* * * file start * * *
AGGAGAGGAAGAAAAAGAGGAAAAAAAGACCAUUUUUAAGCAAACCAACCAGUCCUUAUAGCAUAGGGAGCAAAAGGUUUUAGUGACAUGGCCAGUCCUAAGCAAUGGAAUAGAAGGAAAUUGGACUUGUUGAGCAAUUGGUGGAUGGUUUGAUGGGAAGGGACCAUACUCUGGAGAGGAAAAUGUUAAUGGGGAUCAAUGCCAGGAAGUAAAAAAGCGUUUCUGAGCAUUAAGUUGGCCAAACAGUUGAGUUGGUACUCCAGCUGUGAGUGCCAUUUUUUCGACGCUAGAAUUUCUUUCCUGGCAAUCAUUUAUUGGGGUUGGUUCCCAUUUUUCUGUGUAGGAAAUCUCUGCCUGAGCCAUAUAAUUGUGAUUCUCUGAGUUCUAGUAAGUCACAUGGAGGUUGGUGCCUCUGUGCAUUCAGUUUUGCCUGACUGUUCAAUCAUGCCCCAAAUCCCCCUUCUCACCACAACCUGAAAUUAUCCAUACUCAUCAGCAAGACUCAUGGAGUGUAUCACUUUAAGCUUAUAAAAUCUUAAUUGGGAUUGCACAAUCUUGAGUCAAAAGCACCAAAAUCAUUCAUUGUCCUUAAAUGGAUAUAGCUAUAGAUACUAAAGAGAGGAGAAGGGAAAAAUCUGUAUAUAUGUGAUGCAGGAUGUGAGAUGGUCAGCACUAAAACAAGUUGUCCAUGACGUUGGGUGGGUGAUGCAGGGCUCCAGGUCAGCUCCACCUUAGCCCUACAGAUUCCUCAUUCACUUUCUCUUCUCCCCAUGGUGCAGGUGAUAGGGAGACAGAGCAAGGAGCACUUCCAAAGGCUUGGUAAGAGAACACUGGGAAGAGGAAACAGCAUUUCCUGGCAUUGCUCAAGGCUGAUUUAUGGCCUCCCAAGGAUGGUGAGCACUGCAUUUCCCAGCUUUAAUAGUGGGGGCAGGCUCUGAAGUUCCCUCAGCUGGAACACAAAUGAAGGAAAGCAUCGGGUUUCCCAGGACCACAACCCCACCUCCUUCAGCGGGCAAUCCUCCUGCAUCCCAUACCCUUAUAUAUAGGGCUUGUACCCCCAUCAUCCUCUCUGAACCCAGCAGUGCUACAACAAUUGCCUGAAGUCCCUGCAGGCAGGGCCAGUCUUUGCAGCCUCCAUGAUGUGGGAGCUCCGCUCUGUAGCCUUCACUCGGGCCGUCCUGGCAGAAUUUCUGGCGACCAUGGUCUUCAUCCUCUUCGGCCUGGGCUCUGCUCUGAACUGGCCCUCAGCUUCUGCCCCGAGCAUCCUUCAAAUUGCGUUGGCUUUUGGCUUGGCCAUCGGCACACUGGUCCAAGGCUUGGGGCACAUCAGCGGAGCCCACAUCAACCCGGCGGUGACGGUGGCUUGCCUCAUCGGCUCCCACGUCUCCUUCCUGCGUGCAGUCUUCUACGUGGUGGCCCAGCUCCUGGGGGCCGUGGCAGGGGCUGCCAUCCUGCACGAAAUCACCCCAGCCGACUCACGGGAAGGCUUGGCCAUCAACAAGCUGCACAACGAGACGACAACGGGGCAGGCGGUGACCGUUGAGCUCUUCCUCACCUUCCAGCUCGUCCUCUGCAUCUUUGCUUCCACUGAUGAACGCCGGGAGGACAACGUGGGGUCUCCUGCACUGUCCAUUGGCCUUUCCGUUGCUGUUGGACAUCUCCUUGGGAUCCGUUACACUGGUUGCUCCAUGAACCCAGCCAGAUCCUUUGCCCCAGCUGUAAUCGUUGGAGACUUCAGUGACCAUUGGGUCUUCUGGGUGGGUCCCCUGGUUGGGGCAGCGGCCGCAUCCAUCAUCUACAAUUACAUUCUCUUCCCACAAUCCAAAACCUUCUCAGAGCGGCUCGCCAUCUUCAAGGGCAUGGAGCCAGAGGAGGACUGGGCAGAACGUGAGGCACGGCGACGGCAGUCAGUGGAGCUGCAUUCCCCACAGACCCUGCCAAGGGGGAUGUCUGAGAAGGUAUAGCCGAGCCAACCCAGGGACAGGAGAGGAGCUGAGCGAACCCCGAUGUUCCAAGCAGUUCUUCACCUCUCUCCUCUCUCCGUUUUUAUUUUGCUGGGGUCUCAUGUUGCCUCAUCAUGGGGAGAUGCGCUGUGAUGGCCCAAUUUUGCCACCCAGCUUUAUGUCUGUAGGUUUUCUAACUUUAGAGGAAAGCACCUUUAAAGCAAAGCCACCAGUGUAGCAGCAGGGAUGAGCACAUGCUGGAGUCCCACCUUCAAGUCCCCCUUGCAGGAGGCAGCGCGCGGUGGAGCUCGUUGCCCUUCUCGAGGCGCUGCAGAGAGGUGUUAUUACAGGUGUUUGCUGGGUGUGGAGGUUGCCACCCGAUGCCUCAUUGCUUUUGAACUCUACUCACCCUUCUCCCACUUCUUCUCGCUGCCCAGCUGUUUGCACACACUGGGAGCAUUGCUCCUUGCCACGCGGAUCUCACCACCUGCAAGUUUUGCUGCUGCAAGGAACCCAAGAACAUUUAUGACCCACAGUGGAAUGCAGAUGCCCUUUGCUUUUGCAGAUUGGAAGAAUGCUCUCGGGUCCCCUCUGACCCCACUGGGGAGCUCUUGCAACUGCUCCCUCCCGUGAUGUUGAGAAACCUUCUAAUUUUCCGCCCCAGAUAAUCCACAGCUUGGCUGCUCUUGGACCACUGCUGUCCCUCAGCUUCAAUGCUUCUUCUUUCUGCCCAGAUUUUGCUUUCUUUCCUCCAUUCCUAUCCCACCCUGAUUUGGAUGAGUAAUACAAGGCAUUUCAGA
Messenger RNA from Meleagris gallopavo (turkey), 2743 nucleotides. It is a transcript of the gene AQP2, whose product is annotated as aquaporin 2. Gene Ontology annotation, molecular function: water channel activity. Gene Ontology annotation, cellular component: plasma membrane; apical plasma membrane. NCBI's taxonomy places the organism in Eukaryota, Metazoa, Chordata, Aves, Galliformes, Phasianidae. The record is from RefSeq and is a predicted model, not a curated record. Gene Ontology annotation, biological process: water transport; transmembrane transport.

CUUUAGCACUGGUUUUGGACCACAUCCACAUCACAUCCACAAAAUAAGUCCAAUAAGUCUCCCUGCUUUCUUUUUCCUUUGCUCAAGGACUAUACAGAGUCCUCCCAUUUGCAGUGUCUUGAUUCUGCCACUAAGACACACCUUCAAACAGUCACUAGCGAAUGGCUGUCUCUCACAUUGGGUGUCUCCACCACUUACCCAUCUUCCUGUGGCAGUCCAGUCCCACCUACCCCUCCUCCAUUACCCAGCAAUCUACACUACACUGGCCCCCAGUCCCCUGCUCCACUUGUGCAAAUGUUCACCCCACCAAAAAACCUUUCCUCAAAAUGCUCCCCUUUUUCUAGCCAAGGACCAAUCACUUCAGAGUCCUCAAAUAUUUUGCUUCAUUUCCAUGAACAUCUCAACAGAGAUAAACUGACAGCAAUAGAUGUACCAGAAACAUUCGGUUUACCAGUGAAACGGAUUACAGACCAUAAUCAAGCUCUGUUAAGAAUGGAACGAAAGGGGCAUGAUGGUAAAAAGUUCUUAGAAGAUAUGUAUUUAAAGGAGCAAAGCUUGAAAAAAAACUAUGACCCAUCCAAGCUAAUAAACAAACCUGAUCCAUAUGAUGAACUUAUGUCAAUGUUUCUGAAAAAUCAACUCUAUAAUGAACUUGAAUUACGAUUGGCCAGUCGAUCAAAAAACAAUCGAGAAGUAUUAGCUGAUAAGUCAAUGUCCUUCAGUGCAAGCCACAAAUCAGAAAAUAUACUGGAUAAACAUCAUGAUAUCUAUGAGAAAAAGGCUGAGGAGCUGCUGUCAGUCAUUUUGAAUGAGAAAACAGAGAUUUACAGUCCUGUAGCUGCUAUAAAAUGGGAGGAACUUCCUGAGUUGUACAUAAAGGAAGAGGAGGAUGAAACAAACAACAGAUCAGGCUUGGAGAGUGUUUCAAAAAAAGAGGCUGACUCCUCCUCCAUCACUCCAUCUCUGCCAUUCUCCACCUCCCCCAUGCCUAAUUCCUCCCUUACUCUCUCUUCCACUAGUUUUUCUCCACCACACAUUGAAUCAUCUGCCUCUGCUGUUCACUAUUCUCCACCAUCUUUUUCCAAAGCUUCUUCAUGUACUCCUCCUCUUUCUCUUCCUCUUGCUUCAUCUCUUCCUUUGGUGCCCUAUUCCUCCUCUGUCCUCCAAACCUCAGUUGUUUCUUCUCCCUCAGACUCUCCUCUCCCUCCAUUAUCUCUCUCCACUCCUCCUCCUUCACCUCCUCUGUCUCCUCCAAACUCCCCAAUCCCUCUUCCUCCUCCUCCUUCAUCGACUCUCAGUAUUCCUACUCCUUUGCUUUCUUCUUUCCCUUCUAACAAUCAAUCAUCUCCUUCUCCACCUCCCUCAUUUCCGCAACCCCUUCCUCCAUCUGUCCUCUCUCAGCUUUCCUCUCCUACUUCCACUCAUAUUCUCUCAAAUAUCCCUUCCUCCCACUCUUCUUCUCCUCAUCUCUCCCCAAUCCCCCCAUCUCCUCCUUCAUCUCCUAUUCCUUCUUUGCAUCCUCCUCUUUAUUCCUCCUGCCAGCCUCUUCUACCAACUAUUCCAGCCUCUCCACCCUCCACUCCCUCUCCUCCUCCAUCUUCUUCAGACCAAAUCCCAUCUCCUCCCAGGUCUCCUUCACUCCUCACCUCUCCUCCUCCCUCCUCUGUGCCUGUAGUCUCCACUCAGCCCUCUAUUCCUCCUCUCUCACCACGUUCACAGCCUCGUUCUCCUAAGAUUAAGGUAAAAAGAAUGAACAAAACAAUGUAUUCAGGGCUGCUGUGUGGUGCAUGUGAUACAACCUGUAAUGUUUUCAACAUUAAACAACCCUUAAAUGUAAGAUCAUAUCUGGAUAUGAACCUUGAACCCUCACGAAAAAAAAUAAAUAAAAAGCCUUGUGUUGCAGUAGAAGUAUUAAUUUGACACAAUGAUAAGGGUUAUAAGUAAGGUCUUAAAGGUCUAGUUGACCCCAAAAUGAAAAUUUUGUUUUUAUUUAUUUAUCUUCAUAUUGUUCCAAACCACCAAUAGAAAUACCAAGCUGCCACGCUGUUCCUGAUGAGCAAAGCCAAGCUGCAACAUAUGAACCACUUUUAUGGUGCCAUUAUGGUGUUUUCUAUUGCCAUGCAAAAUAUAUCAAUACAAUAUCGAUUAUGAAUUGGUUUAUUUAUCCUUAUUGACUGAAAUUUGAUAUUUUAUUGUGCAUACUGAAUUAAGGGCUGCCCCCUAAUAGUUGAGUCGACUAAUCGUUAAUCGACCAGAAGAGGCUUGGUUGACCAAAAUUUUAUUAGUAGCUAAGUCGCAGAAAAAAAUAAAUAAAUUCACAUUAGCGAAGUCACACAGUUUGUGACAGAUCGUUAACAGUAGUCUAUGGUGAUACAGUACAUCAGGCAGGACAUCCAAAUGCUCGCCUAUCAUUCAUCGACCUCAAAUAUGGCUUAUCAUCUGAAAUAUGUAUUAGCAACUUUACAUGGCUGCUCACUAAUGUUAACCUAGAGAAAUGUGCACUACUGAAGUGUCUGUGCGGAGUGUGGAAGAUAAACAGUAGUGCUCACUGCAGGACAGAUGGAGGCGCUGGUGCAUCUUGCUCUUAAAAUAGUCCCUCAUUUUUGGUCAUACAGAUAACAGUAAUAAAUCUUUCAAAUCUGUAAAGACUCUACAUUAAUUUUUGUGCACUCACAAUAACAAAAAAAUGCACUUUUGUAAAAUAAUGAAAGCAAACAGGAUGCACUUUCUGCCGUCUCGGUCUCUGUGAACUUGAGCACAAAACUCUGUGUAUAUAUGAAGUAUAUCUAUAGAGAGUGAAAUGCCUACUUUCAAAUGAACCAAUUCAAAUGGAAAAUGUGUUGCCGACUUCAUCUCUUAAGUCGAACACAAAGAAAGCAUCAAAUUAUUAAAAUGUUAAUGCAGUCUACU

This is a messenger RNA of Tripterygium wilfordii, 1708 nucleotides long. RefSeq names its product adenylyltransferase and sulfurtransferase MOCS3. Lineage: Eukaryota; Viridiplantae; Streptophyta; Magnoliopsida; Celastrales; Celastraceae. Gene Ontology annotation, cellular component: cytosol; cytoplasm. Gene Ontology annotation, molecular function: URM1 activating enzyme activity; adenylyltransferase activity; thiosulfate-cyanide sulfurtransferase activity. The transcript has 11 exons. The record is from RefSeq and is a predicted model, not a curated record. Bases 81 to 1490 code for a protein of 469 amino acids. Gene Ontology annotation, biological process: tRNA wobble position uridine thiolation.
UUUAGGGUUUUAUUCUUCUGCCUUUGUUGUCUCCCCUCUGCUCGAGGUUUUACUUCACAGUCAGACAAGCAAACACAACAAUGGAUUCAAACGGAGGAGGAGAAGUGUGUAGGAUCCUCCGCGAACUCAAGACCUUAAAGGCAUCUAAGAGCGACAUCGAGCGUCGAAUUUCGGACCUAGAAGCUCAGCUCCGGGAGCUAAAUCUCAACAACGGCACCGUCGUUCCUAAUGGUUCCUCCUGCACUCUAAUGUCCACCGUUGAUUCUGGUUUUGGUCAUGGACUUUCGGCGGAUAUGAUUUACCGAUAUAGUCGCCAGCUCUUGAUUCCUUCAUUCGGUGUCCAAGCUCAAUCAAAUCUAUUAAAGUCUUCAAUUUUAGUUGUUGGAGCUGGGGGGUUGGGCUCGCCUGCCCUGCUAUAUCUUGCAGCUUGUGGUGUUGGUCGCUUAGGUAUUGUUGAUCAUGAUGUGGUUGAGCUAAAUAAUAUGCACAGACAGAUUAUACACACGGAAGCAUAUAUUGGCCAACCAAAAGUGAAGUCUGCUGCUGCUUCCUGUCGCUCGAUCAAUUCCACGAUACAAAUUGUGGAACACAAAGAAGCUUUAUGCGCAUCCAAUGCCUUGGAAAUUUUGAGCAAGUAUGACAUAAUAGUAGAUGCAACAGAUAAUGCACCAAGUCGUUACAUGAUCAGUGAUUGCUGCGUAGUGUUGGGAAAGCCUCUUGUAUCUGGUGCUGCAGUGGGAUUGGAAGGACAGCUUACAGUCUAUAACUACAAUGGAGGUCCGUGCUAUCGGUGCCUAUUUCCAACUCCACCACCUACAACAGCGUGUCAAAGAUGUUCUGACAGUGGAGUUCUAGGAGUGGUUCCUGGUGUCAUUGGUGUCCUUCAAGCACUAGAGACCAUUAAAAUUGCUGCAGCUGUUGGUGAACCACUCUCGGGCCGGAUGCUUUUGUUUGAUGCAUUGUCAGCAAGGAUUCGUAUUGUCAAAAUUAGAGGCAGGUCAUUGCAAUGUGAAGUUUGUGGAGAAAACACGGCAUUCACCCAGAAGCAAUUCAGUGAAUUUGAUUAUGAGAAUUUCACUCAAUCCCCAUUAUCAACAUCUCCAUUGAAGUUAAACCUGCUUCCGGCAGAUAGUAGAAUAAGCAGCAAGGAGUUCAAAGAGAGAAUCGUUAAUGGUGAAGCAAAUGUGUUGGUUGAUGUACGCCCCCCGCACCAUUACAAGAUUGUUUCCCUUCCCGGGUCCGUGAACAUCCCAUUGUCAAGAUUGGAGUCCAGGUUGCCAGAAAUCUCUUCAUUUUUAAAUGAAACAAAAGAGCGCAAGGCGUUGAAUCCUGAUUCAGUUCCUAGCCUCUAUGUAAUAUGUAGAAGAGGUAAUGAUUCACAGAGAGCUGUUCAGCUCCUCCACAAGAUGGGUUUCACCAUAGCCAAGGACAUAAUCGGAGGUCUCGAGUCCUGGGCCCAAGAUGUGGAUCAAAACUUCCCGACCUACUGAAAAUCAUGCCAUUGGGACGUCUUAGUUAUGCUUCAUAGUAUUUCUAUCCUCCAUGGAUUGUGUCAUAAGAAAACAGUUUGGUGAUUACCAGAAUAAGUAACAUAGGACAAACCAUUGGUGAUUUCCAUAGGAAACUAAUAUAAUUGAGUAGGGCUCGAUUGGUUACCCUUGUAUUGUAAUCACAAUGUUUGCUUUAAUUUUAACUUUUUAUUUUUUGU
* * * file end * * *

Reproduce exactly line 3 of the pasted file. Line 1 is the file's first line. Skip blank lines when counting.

CUUUAGCACUGGUUUUGGACCACAUCCACAUCACAUCCACAAAAUAAGUCCAAUAAGUCUCCCUGCUUUCUUUUUCCUUUGCUCAAGGACUAUACAGAGUCCUCCCAUUUGCAGUGUCUUGAUUCUGCCACUAAGACACACCUUCAAACAGUCACUAGCGAAUGGCUGUCUCUCACAUUGGGUGUCUCCACCACUUACCCAUCUUCCUGUGGCAGUCCAGUCCCACCUACCCCUCCUCCAUUACCCAGCAAUCUACACUACACUGGCCCCCAGUCCCCUGCUCCACUUGUGCAAAUGUUCACCCCACCAAAAAACCUUUCCUCAAAAUGCUCCCCUUUUUCUAGCCAAGGACCAAUCACUUCAGAGUCCUCAAAUAUUUUGCUUCAUUUCCAUGAACAUCUCAACAGAGAUAAACUGACAGCAAUAGAUGUACCAGAAACAUUCGGUUUACCAGUGAAACGGAUUACAGACCAUAAUCAAGCUCUGUUAAGAAUGGAACGAAAGGGGCAUGAUGGUAAAAAGUUCUUAGAAGAUAUGUAUUUAAAGGAGCAAAGCUUGAAAAAAAACUAUGACCCAUCCAAGCUAAUAAACAAACCUGAUCCAUAUGAUGAACUUAUGUCAAUGUUUCUGAAAAAUCAACUCUAUAAUGAACUUGAAUUACGAUUGGCCAGUCGAUCAAAAAACAAUCGAGAAGUAUUAGCUGAUAAGUCAAUGUCCUUCAGUGCAAGCCACAAAUCAGAAAAUAUACUGGAUAAACAUCAUGAUAUCUAUGAGAAAAAGGCUGAGGAGCUGCUGUCAGUCAUUUUGAAUGAGAAAACAGAGAUUUACAGUCCUGUAGCUGCUAUAAAAUGGGAGGAACUUCCUGAGUUGUACAUAAAGGAAGAGGAGGAUGAAACAAACAACAGAUCAGGCUUGGAGAGUGUUUCAAAAAAAGAGGCUGACUCCUCCUCCAUCACUCCAUCUCUGCCAUUCUCCACCUCCCCCAUGCCUAAUUCCUCCCUUACUCUCUCUUCCACUAGUUUUUCUCCACCACACAUUGAAUCAUCUGCCUCUGCUGUUCACUAUUCUCCACCAUCUUUUUCCAAAGCUUCUUCAUGUACUCCUCCUCUUUCUCUUCCUCUUGCUUCAUCUCUUCCUUUGGUGCCCUAUUCCUCCUCUGUCCUCCAAACCUCAGUUGUUUCUUCUCCCUCAGACUCUCCUCUCCCUCCAUUAUCUCUCUCCACUCCUCCUCCUUCACCUCCUCUGUCUCCUCCAAACUCCCCAAUCCCUCUUCCUCCUCCUCCUUCAUCGACUCUCAGUAUUCCUACUCCUUUGCUUUCUUCUUUCCCUUCUAACAAUCAAUCAUCUCCUUCUCCACCUCCCUCAUUUCCGCAACCCCUUCCUCCAUCUGUCCUCUCUCAGCUUUCCUCUCCUACUUCCACUCAUAUUCUCUCAAAUAUCCCUUCCUCCCACUCUUCUUCUCCUCAUCUCUCCCCAAUCCCCCCAUCUCCUCCUUCAUCUCCUAUUCCUUCUUUGCAUCCUCCUCUUUAUUCCUCCUGCCAGCCUCUUCUACCAACUAUUCCAGCCUCUCCACCCUCCACUCCCUCUCCUCCUCCAUCUUCUUCAGACCAAAUCCCAUCUCCUCCCAGGUCUCCUUCACUCCUCACCUCUCCUCCUCCCUCCUCUGUGCCUGUAGUCUCCACUCAGCCCUCUAUUCCUCCUCUCUCACCACGUUCACAGCCUCGUUCUCCUAAGAUUAAGGUAAAAAGAAUGAACAAAACAAUGUAUUCAGGGCUGCUGUGUGGUGCAUGUGAUACAACCUGUAAUGUUUUCAACAUUAAACAACCCUUAAAUGUAAGAUCAUAUCUGGAUAUGAACCUUGAACCCUCACGAAAAAAAAUAAAUAAAAAGCCUUGUGUUGCAGUAGAAGUAUUAAUUUGACACAAUGAUAAGGGUUAUAAGUAAGGUCUUAAAGGUCUAGUUGACCCCAAAAUGAAAAUUUUGUUUUUAUUUAUUUAUCUUCAUAUUGUUCCAAACCACCAAUAGAAAUACCAAGCUGCCACGCUGUUCCUGAUGAGCAAAGCCAAGCUGCAACAUAUGAACCACUUUUAUGGUGCCAUUAUGGUGUUUUCUAUUGCCAUGCAAAAUAUAUCAAUACAAUAUCGAUUAUGAAUUGGUUUAUUUAUCCUUAUUGACUGAAAUUUGAUAUUUUAUUGUGCAUACUGAAUUAAGGGCUGCCCCCUAAUAGUUGAGUCGACUAAUCGUUAAUCGACCAGAAGAGGCUUGGUUGACCAAAAUUUUAUUAGUAGCUAAGUCGCAGAAAAAAAUAAAUAAAUUCACAUUAGCGAAGUCACACAGUUUGUGACAGAUCGUUAACAGUAGUCUAUGGUGAUACAGUACAUCAGGCAGGACAUCCAAAUGCUCGCCUAUCAUUCAUCGACCUCAAAUAUGGCUUAUCAUCUGAAAUAUGUAUUAGCAACUUUACAUGGCUGCUCACUAAUGUUAACCUAGAGAAAUGUGCACUACUGAAGUGUCUGUGCGGAGUGUGGAAGAUAAACAGUAGUGCUCACUGCAGGACAGAUGGAGGCGCUGGUGCAUCUUGCUCUUAAAAUAGUCCCUCAUUUUUGGUCAUACAGAUAACAGUAAUAAAUCUUUCAAAUCUGUAAAGACUCUACAUUAAUUUUUGUGCACUCACAAUAACAAAAAAAUGCACUUUUGUAAAAUAAUGAAAGCAAACAGGAUGCACUUUCUGCCGUCUCGGUCUCUGUGAACUUGAGCACAAAACUCUGUGUAUAUAUGAAGUAUAUCUAUAGAGAGUGAAAUGCCUACUUUCAAAUGAACCAAUUCAAAUGGAAAAUGUGUUGCCGACUUCAUCUCUUAAGUCGAACACAAAGAAAGCAUCAAAUUAUUAAAAUGUUAAUGCAGUCUACU